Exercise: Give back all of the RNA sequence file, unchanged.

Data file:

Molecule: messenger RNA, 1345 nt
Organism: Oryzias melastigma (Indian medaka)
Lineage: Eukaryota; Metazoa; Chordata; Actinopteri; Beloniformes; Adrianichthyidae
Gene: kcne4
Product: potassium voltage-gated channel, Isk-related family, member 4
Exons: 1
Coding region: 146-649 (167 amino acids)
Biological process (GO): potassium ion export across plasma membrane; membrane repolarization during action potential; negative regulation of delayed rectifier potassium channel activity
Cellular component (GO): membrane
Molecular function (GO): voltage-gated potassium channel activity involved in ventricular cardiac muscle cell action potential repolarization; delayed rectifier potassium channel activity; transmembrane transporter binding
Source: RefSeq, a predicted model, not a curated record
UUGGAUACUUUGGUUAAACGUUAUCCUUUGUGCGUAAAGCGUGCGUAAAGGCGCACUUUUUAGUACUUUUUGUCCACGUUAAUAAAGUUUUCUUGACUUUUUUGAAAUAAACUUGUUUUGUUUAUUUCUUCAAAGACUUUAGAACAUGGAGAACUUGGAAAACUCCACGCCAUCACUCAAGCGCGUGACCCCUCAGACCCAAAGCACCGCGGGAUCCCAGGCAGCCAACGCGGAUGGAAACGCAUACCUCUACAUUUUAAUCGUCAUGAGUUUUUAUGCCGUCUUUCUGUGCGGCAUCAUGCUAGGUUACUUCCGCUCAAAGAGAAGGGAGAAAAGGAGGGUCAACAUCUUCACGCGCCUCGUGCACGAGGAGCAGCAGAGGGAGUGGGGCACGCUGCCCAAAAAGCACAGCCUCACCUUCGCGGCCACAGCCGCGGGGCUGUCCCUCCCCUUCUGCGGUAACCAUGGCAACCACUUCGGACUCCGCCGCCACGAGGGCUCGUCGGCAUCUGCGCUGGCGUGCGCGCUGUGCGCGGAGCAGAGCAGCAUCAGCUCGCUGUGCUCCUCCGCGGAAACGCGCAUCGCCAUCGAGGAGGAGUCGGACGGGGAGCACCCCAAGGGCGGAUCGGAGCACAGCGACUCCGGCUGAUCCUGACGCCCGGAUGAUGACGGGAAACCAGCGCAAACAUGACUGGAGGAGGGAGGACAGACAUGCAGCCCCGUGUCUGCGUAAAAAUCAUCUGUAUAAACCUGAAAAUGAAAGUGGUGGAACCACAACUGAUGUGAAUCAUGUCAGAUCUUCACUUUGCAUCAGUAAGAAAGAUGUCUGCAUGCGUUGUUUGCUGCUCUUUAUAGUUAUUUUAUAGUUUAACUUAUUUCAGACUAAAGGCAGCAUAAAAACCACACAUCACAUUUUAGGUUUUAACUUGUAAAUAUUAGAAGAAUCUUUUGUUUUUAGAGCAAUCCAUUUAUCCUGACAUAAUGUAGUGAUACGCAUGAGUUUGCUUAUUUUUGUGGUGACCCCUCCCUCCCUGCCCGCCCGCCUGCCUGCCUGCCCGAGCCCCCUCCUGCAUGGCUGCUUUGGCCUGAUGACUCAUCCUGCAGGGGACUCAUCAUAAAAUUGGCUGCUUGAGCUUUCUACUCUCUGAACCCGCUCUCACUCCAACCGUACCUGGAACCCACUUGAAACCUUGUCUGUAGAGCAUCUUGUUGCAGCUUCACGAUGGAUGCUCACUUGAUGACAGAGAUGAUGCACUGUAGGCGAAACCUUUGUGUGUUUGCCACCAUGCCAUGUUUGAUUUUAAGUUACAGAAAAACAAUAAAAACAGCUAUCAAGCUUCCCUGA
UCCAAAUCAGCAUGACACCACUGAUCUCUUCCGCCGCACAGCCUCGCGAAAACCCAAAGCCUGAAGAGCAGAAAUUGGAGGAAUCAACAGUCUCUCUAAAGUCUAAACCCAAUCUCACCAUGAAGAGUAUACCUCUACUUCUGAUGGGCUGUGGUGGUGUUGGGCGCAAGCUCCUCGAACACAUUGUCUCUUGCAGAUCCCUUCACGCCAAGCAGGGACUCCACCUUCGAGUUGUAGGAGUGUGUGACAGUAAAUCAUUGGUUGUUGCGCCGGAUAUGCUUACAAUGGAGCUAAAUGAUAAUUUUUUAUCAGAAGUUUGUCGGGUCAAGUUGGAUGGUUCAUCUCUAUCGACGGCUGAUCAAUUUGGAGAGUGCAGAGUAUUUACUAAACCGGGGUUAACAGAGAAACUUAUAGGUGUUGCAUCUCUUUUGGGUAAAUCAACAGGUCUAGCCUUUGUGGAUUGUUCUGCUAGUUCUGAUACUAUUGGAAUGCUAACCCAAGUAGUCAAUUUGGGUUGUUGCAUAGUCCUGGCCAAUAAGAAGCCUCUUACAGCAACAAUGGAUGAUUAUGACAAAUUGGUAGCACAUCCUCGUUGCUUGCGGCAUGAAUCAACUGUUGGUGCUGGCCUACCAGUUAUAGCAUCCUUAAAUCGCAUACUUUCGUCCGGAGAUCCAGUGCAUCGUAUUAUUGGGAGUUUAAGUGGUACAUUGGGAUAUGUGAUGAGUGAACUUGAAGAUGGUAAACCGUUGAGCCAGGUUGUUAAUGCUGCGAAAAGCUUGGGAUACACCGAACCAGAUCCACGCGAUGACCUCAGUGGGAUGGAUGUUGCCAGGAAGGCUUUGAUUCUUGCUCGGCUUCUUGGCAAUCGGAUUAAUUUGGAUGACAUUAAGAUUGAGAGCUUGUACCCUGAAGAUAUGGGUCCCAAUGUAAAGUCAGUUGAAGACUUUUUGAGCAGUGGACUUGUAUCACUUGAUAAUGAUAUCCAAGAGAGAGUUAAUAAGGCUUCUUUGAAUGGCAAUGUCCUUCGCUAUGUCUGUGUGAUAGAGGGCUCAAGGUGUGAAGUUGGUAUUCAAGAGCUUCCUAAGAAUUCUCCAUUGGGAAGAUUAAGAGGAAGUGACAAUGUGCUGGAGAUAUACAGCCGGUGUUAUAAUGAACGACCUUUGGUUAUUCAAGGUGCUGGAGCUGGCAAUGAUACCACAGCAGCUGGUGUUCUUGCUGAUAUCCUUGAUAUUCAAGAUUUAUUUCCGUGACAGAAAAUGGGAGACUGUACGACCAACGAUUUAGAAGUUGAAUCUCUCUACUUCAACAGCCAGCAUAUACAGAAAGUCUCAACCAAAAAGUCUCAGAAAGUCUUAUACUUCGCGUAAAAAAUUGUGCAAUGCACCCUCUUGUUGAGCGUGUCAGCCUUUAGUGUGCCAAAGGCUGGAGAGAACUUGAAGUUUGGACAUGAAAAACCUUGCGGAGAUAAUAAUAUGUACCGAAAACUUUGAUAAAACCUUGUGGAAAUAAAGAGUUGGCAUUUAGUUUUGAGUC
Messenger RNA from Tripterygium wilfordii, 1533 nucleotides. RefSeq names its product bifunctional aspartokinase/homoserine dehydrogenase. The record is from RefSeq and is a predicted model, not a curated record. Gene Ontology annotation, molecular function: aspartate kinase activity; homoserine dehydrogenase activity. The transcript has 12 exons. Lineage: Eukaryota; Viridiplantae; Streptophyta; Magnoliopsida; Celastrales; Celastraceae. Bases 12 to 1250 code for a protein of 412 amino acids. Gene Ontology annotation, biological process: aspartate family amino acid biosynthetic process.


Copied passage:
Molecule: messenger RNA, 1345 nt
Organism: Oryzias melastigma (Indian medaka)
Lineage: Eukaryota; Metazoa; Chordata; Actinopteri; Beloniformes; Adrianichthyidae
Gene: kcne4
Product: potassium voltage-gated channel, Isk-related family, member 4
Exons: 1
Coding region: 146-649 (167 amino acids)
Biological process (GO): potassium ion export across plasma membrane; membrane repolarization during action potential; negative regulation of delayed rectifier potassium channel activity
Cellular component (GO): membrane
Molecular function (GO): voltage-gated potassium channel activity involved in ventricular cardiac muscle cell action potential repolarization; delayed rectifier potassium channel activity; transmembrane transporter binding
Source: RefSeq, a predicted model, not a curated record
UUGGAUACUUUGGUUAAACGUUAUCCUUUGUGCGUAAAGCGUGCGUAAAGGCGCACUUUUUAGUACUUUUUGUCCACGUUAAUAAAGUUUUCUUGACUUUUUUGAAAUAAACUUGUUUUGUUUAUUUCUUCAAAGACUUUAGAACAUGGAGAACUUGGAAAACUCCACGCCAUCACUCAAGCGCGUGACCCCUCAGACCCAAAGCACCGCGGGAUCCCAGGCAGCCAACGCGGAUGGAAACGCAUACCUCUACAUUUUAAUCGUCAUGAGUUUUUAUGCCGUCUUUCUGUGCGGCAUCAUGCUAGGUUACUUCCGCUCAAAGAGAAGGGAGAAAAGGAGGGUCAACAUCUUCACGCGCCUCGUGCACGAGGAGCAGCAGAGGGAGUGGGGCACGCUGCCCAAAAAGCACAGCCUCACCUUCGCGGCCACAGCCGCGGGGCUGUCCCUCCCCUUCUGCGGUAACCAUGGCAACCACUUCGGACUCCGCCGCCACGAGGGCUCGUCGGCAUCUGCGCUGGCGUGCGCGCUGUGCGCGGAGCAGAGCAGCAUCAGCUCGCUGUGCUCCUCCGCGGAAACGCGCAUCGCCAUCGAGGAGGAGUCGGACGGGGAGCACCCCAAGGGCGGAUCGGAGCACAGCGACUCCGGCUGAUCCUGACGCCCGGAUGAUGACGGGAAACCAGCGCAAACAUGACUGGAGGAGGGAGGACAGACAUGCAGCCCCGUGUCUGCGUAAAAAUCAUCUGUAUAAACCUGAAAAUGAAAGUGGUGGAACCACAACUGAUGUGAAUCAUGUCAGAUCUUCACUUUGCAUCAGUAAGAAAGAUGUCUGCAUGCGUUGUUUGCUGCUCUUUAUAGUUAUUUUAUAGUUUAACUUAUUUCAGACUAAAGGCAGCAUAAAAACCACACAUCACAUUUUAGGUUUUAACUUGUAAAUAUUAGAAGAAUCUUUUGUUUUUAGAGCAAUCCAUUUAUCCUGACAUAAUGUAGUGAUACGCAUGAGUUUGCUUAUUUUUGUGGUGACCCCUCCCUCCCUGCCCGCCCGCCUGCCUGCCUGCCCGAGCCCCCUCCUGCAUGGCUGCUUUGGCCUGAUGACUCAUCCUGCAGGGGACUCAUCAUAAAAUUGGCUGCUUGAGCUUUCUACUCUCUGAACCCGCUCUCACUCCAACCGUACCUGGAACCCACUUGAAACCUUGUCUGUAGAGCAUCUUGUUGCAGCUUCACGAUGGAUGCUCACUUGAUGACAGAGAUGAUGCACUGUAGGCGAAACCUUUGUGUGUUUGCCACCAUGCCAUGUUUGAUUUUAAGUUACAGAAAAACAAUAAAAACAGCUAUCAAGCUUCCCUGA
UCCAAAUCAGCAUGACACCACUGAUCUCUUCCGCCGCACAGCCUCGCGAAAACCCAAAGCCUGAAGAGCAGAAAUUGGAGGAAUCAACAGUCUCUCUAAAGUCUAAACCCAAUCUCACCAUGAAGAGUAUACCUCUACUUCUGAUGGGCUGUGGUGGUGUUGGGCGCAAGCUCCUCGAACACAUUGUCUCUUGCAGAUCCCUUCACGCCAAGCAGGGACUCCACCUUCGAGUUGUAGGAGUGUGUGACAGUAAAUCAUUGGUUGUUGCGCCGGAUAUGCUUACAAUGGAGCUAAAUGAUAAUUUUUUAUCAGAAGUUUGUCGGGUCAAGUUGGAUGGUUCAUCUCUAUCGACGGCUGAUCAAUUUGGAGAGUGCAGAGUAUUUACUAAACCGGGGUUAACAGAGAAACUUAUAGGUGUUGCAUCUCUUUUGGGUAAAUCAACAGGUCUAGCCUUUGUGGAUUGUUCUGCUAGUUCUGAUACUAUUGGAAUGCUAACCCAAGUAGUCAAUUUGGGUUGUUGCAUAGUCCUGGCCAAUAAGAAGCCUCUUACAGCAACAAUGGAUGAUUAUGACAAAUUGGUAGCACAUCCUCGUUGCUUGCGGCAUGAAUCAACUGUUGGUGCUGGCCUACCAGUUAUAGCAUCCUUAAAUCGCAUACUUUCGUCCGGAGAUCCAGUGCAUCGUAUUAUUGGGAGUUUAAGUGGUACAUUGGGAUAUGUGAUGAGUGAACUUGAAGAUGGUAAACCGUUGAGCCAGGUUGUUAAUGCUGCGAAAAGCUUGGGAUACACCGAACCAGAUCCACGCGAUGACCUCAGUGGGAUGGAUGUUGCCAGGAAGGCUUUGAUUCUUGCUCGGCUUCUUGGCAAUCGGAUUAAUUUGGAUGACAUUAAGAUUGAGAGCUUGUACCCUGAAGAUAUGGGUCCCAAUGUAAAGUCAGUUGAAGACUUUUUGAGCAGUGGACUUGUAUCACUUGAUAAUGAUAUCCAAGAGAGAGUUAAUAAGGCUUCUUUGAAUGGCAAUGUCCUUCGCUAUGUCUGUGUGAUAGAGGGCUCAAGGUGUGAAGUUGGUAUUCAAGAGCUUCCUAAGAAUUCUCCAUUGGGAAGAUUAAGAGGAAGUGACAAUGUGCUGGAGAUAUACAGCCGGUGUUAUAAUGAACGACCUUUGGUUAUUCAAGGUGCUGGAGCUGGCAAUGAUACCACAGCAGCUGGUGUUCUUGCUGAUAUCCUUGAUAUUCAAGAUUUAUUUCCGUGACAGAAAAUGGGAGACUGUACGACCAACGAUUUAGAAGUUGAAUCUCUCUACUUCAACAGCCAGCAUAUACAGAAAGUCUCAACCAAAAAGUCUCAGAAAGUCUUAUACUUCGCGUAAAAAAUUGUGCAAUGCACCCUCUUGUUGAGCGUGUCAGCCUUUAGUGUGCCAAAGGCUGGAGAGAACUUGAAGUUUGGACAUGAAAAACCUUGCGGAGAUAAUAAUAUGUACCGAAAACUUUGAUAAAACCUUGUGGAAAUAAAGAGUUGGCAUUUAGUUUUGAGUC
Messenger RNA from Tripterygium wilfordii, 1533 nucleotides. RefSeq names its product bifunctional aspartokinase/homoserine dehydrogenase. The record is from RefSeq and is a predicted model, not a curated record. Gene Ontology annotation, molecular function: aspartate kinase activity; homoserine dehydrogenase activity. The transcript has 12 exons. Lineage: Eukaryota; Viridiplantae; Streptophyta; Magnoliopsida; Celastrales; Celastraceae. Bases 12 to 1250 code for a protein of 412 amino acids. Gene Ontology annotation, biological process: aspartate family amino acid biosynthetic process.